The Rise of Cinewhoop

5561 BC was probably the first time when a drone named Barbarik (a tricopter) was taking footage of the Mahabharata war and transmitted it to Sanjay for him to narrate the events to Dhritarashtra. 7000 years ahead a tiny drone zipped via precarious gaps breaking the barriers of aerial cinematography with a zip-tied deceased GoPro Hero 4 and a LiPo battery. The ‘whoop drone’ was personally handcrafted by the American drone pilot and video effects specialist Robert Mclntosh. Setting  the trend of Cinewhoops, to make pulchritudinous videos was now a cakewalk.

The creative in videography, aerial photography and content creation know no bounds with the aid of cinewhoops specially those weighing less than 250g. 

What is a Cinewhoop?

Cinewhoops are typically first person view drones, designed to capture stable, high definition videos that have not been possible to record using traditional DJIs. around 2-3 inches in size their nimple makes manoeuvering at slow and high speeds possible. Propeller ducts are its unique feature that not only protect their propellers but also give the drone an additional lift besides protecting the surrounding.

Its etymology leads up to ‘Tiny whoop’ drones and the concept can be traced back to the popular ‘Muscle up’ award winning film at the New York City drone film festival back in 2017.

No sooner after that everyone started filleting these five inch quads, flying through a set of video goggles with a radio transmitter. Like a bumble bee it can fly almost everywhere from narrow blocks to dense canopy and is considered the safest option while flying amongst people. It has full size components like a cross fire and a unified pro that allow you to get full range and full performance. 

Cinewhoop vs Stabilized Drone

Stabilised drones are fabricated to be autonomous, meaning they can continue to hover at unaltered altitude without manual intervention. They are facilitated with GPS, high resolution gimbal cameras and the mobile station can be connected for viewing the live feed from the camera. They can provide standard shots but cannot be flown indoors or near people or delicate, fragile surroundings. Further disadvantage is the unavailability of makeshift drone components although insideFPV is aiming to repair drones with indigenous modules. Worst of all they are not designed to be repaired by the user. Whereas, cine whoops offer freedom in both aerial shots as well as repairing mechanism. With Cine Whoops you can chase birds, dive down a cliff, scale a building or even fly close to humans. The latter can be easily estimated after you watch Onnanocos, the Japanese band which actually became an inspiration for many drone enthusiasts.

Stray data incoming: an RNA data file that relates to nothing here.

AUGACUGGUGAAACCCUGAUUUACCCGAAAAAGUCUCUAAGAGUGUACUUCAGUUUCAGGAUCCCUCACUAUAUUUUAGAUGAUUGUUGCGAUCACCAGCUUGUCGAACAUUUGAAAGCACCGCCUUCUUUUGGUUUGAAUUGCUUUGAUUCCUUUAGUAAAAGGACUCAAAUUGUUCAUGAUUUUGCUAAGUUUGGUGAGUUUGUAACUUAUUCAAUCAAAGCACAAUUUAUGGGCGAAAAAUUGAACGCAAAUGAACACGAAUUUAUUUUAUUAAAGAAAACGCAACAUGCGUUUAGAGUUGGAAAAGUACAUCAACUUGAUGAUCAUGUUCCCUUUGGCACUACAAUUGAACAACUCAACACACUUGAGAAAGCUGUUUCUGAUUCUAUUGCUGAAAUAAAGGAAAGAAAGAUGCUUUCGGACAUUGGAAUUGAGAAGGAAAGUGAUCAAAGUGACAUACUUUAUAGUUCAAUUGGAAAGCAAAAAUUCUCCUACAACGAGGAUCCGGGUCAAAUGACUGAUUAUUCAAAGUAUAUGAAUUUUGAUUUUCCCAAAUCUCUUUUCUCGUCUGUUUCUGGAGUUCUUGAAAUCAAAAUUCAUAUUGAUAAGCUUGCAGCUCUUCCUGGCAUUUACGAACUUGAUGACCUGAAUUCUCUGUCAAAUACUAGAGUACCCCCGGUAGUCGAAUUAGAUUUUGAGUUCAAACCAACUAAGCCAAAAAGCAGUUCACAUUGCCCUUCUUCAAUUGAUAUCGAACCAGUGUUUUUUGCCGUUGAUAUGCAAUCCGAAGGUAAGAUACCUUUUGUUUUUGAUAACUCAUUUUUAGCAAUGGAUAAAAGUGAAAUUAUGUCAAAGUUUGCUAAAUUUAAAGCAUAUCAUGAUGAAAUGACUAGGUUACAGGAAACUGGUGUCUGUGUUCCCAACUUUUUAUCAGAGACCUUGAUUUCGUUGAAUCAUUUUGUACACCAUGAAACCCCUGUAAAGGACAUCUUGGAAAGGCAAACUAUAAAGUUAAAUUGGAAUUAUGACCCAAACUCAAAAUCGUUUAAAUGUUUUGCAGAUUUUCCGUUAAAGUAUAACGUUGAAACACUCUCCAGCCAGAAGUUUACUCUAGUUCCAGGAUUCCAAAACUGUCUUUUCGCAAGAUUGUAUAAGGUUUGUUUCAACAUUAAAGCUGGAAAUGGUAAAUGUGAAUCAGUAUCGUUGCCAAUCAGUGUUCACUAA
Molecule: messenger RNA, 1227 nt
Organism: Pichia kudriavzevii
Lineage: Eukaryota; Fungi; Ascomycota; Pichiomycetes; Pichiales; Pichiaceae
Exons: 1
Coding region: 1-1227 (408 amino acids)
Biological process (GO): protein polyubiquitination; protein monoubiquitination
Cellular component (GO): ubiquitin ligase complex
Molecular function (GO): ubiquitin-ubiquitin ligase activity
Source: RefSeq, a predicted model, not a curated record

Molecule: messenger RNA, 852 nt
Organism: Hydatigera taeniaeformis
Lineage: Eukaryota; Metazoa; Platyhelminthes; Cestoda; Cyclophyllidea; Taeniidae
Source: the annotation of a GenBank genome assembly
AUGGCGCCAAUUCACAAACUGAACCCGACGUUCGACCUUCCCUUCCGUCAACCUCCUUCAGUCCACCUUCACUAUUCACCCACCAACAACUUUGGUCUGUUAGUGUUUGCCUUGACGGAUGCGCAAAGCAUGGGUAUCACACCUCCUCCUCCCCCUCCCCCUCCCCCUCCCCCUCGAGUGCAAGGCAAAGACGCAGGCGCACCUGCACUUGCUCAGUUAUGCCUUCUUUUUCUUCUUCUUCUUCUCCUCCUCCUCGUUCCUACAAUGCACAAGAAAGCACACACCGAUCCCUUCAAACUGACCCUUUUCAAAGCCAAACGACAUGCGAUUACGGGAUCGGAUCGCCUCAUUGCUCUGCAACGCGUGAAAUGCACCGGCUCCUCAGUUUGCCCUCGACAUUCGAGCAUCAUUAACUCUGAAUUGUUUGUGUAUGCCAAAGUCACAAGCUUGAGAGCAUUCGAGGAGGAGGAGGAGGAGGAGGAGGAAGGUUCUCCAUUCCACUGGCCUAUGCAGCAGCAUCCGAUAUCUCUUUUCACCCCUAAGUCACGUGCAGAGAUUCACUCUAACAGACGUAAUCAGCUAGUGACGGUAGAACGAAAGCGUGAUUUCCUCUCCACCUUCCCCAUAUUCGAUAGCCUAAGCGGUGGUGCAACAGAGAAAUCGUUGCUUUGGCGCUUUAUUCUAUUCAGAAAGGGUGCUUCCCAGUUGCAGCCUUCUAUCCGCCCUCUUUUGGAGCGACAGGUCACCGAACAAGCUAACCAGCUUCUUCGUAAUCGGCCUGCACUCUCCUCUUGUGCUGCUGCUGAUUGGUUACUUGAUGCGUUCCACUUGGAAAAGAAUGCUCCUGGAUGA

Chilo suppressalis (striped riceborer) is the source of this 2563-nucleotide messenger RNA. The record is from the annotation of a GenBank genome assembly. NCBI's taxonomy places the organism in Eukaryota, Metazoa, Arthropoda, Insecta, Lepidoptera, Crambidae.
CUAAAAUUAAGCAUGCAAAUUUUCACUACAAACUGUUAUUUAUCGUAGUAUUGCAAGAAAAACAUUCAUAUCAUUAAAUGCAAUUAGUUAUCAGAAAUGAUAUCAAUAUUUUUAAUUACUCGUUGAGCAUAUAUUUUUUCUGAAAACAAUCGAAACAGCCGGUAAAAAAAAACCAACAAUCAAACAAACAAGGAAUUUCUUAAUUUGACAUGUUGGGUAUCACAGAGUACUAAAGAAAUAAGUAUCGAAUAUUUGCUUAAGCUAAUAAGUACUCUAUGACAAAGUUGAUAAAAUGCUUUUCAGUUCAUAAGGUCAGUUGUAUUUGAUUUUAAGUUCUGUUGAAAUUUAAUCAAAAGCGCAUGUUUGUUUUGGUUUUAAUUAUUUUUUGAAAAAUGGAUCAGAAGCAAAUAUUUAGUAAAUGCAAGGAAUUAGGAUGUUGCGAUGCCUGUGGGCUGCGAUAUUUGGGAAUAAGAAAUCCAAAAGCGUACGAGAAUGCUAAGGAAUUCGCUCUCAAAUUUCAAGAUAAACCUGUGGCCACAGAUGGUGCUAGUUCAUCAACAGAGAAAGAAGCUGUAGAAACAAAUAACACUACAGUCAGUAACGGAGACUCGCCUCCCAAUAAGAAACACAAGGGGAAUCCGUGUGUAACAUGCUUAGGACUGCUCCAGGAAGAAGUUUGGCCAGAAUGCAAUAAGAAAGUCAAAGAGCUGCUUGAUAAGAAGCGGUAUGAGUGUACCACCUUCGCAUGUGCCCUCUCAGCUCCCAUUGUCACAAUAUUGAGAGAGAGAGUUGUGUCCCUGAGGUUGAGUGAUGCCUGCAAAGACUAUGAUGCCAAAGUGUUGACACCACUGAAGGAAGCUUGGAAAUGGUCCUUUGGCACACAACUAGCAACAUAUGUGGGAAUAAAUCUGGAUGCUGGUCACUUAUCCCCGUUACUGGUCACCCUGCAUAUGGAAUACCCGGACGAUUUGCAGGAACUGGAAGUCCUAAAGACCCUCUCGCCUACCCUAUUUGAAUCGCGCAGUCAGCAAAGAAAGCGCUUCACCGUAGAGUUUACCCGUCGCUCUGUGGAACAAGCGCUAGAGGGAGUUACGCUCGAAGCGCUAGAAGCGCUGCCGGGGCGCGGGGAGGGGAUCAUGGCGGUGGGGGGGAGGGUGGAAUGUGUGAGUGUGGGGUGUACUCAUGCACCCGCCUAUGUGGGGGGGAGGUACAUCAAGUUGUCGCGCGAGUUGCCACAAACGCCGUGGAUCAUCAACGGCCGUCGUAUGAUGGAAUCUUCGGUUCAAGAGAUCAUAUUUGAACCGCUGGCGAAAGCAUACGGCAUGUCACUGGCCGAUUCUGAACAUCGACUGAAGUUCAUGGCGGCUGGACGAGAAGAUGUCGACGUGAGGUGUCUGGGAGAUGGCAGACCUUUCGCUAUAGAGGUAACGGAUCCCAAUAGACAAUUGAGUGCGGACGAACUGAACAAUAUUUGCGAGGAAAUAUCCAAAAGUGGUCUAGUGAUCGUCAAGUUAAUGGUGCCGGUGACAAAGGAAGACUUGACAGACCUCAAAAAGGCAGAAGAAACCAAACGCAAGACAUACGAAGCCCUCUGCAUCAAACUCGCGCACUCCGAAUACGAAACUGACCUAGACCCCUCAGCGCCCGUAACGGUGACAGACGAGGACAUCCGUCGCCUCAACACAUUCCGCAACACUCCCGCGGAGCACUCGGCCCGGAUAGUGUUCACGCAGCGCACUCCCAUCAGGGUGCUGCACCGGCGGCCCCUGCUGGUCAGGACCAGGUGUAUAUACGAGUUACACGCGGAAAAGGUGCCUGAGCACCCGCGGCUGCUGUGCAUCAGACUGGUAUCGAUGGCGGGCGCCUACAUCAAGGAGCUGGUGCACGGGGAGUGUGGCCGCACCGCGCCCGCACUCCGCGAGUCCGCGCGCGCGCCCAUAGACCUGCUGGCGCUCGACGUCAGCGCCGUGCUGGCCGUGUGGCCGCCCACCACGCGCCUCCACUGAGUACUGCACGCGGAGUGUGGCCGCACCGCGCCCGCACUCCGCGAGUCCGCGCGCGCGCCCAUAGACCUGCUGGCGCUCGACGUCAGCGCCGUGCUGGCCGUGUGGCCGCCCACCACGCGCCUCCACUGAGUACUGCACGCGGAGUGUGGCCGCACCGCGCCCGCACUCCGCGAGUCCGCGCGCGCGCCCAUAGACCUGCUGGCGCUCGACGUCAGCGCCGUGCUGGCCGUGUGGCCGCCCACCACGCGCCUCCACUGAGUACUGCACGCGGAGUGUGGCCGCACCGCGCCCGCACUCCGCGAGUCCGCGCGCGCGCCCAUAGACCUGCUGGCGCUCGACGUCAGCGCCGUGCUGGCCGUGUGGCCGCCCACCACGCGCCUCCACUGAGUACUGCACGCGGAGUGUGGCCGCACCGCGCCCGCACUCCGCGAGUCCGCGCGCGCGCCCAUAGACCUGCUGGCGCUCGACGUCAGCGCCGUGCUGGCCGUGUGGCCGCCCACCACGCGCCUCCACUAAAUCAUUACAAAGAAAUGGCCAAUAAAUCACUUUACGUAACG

Cinewhoops are often called acrobatic drones for jaw dropping performances like the Bowling Alley Video where the pilot Jay Christensen of the Minnesota based Rally Studios shows unimaginable possibilities when Cinewhoops comes into the equation of creativity.

Considered amongst the best options for beginners as well as photographers its full potential is yet to be realised and its market’s horizon to be dilated. We have to go a long way with Cinewhoops, what’s your prediction? Will it become our tradition to fly ‘em in Makar Sankranti ? 

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